DWW has been operating in Malawi for four years since 2016, and in 2018, we launched a Strengthening Healthcare Systems project to support essential health services in Mangochi, one of the poorest regions in Malawi and to support high risk patients in the city of Blantyre. Working with a local NGO committed to delivering good quality healthcare, free of charge in the most hard to reach areas, DWW is now benefiting over 10,000 patients a month.
Malawi is a small landlocked country in southern Africa with over 75% of its 17 million population living on less £1 a day. In 2018, the International Monetary Fund (IMF) ranked it as the 3rd poorest country in the world. Malawi’s health system struggles due to the high burden of diseases, low level of health workers and overall lack of funding to provide health services to the population. The top causes of death are HIV/AIDS, respiratory infections and diarrhoeal diseases, malaria, complications at birth and malnutrition.
The biggest challenge facing the healthcare system in Malawi is the shortage of human resources for health. Malawi has 2 doctors for every 100,000 population as opposed to the EU average of 340 doctors per 100,000 population. Most people in Malawi will never see a doctor in their lives and will only be treated by a Clinical Officer or Medical Assistant. Patients in Mangochi often walk 2-3+ hours to the clinic and wait a further 3-4 hours to be seen by a Clinical Officer. Women travel for hours in labour to access maternity facilities.
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As a result of this collaborative work, we have already seen a significant rise in the detection and treatment of hypertension, as well as much greater access to HIV Testing and Counselling which will reduce further HIV infection risks and increase the life expectancy of those affected. Furthermore, DWW has identified major bottlenecks and barriers to the delivery of good quality healthcare and we are working with our local partners to develop training and technical support to enable local staff to provide better care to more patients.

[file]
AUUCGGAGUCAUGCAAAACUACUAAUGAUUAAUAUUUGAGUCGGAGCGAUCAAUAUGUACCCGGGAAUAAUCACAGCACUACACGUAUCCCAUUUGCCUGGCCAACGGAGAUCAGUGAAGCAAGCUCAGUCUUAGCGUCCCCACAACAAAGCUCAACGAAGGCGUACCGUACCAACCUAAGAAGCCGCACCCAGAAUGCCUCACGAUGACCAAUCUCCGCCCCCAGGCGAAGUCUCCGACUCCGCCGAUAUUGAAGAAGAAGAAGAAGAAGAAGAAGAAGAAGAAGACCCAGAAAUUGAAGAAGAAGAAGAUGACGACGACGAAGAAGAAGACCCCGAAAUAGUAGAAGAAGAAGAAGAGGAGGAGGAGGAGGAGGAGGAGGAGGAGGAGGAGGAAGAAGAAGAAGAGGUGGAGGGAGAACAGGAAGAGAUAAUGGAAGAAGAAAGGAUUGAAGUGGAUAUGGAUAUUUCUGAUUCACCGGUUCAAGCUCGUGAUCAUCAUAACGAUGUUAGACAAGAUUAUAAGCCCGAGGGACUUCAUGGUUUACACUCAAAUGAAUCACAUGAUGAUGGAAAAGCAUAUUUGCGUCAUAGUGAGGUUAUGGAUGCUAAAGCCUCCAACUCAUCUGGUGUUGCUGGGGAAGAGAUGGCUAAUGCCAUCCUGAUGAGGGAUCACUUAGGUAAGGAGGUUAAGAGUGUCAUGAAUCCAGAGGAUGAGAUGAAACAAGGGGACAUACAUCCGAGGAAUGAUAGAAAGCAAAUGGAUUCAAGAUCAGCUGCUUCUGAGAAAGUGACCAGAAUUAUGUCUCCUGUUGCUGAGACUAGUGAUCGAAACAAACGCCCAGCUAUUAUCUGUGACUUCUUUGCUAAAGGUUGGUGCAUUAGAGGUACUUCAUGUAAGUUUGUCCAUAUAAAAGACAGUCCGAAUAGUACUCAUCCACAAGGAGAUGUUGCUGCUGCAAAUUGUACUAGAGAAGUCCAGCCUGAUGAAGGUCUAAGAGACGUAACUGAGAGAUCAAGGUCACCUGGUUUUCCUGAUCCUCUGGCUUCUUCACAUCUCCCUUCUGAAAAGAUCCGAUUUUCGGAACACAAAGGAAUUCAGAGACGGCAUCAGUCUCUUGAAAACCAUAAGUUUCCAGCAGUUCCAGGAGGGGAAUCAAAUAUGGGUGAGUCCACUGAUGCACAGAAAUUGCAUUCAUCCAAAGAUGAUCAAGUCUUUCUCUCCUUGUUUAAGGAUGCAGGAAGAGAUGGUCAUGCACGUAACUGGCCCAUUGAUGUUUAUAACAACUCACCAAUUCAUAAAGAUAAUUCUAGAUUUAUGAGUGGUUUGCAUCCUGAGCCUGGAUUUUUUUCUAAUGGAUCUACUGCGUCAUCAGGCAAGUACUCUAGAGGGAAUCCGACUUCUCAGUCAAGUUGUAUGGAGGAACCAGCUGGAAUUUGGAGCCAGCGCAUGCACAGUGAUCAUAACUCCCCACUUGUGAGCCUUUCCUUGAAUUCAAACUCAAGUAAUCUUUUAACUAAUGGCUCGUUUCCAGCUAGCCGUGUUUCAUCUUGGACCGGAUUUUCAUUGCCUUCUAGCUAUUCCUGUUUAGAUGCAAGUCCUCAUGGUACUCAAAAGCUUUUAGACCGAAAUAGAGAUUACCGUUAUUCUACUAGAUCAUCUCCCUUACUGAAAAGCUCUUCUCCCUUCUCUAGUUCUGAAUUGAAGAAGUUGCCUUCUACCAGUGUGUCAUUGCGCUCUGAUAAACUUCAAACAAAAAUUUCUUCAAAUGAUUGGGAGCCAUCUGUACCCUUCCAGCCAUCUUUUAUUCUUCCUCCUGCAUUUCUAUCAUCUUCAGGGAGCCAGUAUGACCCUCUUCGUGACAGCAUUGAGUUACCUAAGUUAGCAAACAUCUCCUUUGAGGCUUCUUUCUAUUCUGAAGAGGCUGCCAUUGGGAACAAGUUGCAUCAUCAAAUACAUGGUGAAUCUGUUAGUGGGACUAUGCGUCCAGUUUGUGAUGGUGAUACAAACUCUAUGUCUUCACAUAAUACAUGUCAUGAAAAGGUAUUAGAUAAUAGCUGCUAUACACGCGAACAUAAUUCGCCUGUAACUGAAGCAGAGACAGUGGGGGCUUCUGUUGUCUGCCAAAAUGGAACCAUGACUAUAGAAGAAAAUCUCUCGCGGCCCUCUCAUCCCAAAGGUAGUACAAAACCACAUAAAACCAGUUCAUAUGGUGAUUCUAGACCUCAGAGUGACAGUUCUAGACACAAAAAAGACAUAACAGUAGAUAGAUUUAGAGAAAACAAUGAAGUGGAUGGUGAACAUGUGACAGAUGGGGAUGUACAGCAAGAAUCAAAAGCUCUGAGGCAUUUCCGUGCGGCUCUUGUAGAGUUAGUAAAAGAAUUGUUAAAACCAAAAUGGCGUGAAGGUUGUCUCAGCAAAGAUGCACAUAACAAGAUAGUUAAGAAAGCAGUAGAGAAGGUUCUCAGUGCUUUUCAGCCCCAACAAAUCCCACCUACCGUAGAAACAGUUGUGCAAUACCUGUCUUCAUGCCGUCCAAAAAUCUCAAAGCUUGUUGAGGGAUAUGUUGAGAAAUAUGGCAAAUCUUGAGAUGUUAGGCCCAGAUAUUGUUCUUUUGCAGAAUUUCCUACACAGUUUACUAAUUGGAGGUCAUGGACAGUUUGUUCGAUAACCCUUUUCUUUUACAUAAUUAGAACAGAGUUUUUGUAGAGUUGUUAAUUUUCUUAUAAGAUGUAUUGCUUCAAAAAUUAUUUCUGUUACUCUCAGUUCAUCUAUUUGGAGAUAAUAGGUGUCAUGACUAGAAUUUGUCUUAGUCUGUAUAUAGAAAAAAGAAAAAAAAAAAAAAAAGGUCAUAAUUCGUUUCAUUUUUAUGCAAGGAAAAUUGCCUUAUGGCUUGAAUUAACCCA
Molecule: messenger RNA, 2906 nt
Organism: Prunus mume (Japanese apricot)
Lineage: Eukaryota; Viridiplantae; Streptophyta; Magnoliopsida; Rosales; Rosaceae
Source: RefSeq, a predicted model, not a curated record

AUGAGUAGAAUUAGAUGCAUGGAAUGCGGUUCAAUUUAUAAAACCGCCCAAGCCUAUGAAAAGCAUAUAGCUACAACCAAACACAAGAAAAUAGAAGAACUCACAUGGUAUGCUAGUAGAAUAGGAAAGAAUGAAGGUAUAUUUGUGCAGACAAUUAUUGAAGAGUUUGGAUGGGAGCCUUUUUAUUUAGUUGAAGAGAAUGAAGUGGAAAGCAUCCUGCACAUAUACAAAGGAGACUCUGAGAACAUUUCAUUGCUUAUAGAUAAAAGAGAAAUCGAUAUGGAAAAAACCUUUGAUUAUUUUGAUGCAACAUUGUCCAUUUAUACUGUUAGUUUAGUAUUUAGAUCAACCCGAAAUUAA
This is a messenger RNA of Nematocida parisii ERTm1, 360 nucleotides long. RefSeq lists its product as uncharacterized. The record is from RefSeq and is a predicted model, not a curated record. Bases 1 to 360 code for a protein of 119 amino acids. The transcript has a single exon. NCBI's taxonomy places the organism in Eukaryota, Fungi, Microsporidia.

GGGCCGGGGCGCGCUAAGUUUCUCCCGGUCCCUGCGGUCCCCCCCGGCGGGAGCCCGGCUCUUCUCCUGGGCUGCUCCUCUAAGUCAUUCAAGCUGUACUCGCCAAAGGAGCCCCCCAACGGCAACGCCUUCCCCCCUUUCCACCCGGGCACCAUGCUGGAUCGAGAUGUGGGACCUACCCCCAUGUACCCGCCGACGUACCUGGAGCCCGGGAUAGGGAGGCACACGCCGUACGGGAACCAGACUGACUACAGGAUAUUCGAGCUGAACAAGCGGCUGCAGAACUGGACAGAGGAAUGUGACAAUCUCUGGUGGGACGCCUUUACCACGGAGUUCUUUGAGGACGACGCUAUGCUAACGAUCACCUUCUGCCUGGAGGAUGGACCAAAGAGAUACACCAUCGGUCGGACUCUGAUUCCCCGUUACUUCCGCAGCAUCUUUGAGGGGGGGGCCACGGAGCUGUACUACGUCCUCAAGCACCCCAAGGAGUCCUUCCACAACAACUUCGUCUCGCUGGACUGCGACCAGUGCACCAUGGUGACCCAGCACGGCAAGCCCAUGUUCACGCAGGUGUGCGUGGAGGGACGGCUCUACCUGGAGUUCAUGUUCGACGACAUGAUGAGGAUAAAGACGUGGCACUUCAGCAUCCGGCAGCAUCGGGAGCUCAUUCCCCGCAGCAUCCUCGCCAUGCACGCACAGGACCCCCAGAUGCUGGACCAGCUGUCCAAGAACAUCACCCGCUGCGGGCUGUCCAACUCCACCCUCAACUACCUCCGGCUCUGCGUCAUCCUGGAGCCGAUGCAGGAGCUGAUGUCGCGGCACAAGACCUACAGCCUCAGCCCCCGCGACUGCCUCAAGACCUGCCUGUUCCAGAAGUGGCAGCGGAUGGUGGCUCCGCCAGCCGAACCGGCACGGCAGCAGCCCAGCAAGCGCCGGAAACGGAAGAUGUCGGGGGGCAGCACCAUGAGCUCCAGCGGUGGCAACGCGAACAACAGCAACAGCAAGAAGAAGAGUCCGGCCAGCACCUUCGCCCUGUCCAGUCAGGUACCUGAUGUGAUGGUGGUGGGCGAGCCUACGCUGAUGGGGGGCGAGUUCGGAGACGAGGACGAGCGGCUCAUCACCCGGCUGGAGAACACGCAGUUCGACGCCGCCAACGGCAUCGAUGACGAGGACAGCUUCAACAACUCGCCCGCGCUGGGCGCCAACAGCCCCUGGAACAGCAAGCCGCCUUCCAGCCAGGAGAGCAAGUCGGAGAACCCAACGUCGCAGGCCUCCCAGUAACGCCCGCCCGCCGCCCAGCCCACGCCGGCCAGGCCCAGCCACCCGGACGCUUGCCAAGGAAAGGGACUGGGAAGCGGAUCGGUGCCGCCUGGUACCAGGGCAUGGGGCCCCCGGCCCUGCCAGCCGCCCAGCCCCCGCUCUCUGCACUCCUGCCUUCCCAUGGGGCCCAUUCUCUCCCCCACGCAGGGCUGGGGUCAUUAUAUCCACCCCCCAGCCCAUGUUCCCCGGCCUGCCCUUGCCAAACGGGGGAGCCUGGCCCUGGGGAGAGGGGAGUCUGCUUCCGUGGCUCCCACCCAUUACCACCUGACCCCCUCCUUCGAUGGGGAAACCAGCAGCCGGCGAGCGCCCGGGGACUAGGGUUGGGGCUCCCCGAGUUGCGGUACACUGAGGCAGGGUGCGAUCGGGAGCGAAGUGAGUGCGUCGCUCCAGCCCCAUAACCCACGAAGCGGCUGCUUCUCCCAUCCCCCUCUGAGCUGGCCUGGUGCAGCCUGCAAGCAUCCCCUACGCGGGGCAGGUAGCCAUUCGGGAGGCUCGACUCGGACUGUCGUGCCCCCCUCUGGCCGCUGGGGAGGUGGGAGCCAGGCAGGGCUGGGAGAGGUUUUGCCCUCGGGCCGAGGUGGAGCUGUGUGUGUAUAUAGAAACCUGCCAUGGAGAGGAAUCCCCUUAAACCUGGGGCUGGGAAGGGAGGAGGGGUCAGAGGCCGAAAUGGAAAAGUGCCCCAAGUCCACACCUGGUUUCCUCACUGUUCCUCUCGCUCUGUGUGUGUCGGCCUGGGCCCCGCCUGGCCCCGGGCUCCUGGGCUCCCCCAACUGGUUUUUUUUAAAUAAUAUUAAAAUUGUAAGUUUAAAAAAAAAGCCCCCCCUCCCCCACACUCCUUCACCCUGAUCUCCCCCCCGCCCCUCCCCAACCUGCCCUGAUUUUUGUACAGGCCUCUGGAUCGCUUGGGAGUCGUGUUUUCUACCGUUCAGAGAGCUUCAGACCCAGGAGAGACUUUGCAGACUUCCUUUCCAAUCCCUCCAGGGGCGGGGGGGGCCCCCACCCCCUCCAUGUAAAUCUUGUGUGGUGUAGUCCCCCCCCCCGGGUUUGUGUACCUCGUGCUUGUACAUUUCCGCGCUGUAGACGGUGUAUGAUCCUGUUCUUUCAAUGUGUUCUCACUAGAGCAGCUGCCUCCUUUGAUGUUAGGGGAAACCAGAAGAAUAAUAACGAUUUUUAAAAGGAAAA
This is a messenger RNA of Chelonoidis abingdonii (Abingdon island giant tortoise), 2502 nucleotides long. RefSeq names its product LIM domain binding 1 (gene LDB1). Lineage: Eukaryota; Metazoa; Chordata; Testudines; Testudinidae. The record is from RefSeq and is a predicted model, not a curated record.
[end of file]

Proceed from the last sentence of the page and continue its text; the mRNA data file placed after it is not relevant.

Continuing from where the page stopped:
Zainabu, a 23 year old mother, had to walk and wait 18 hours for a total of 6 minutes of clinical consultation with a medical officer. She has had aches and pains in her body for days and her baby has had open sores on her thigh for two months. This is her third visit to the health facility. Zainabu received painkillers but the ointment prescribed for her baby was out of stock. She doesn’t have the money to buy it anyway – it costs £1.50 and she doesn’t even have the 40p it costs to take a minibus to the clinic. Even then, Zainabu doesn’t complain. She is happy there is a free clinic service and that she managed to see a clinical officer and get some advice. For many others like her, this is not an uncommon situation. Your support can create a new reality for Zainabu, and allow others like her to receive better quality consultations, medical care support and transport.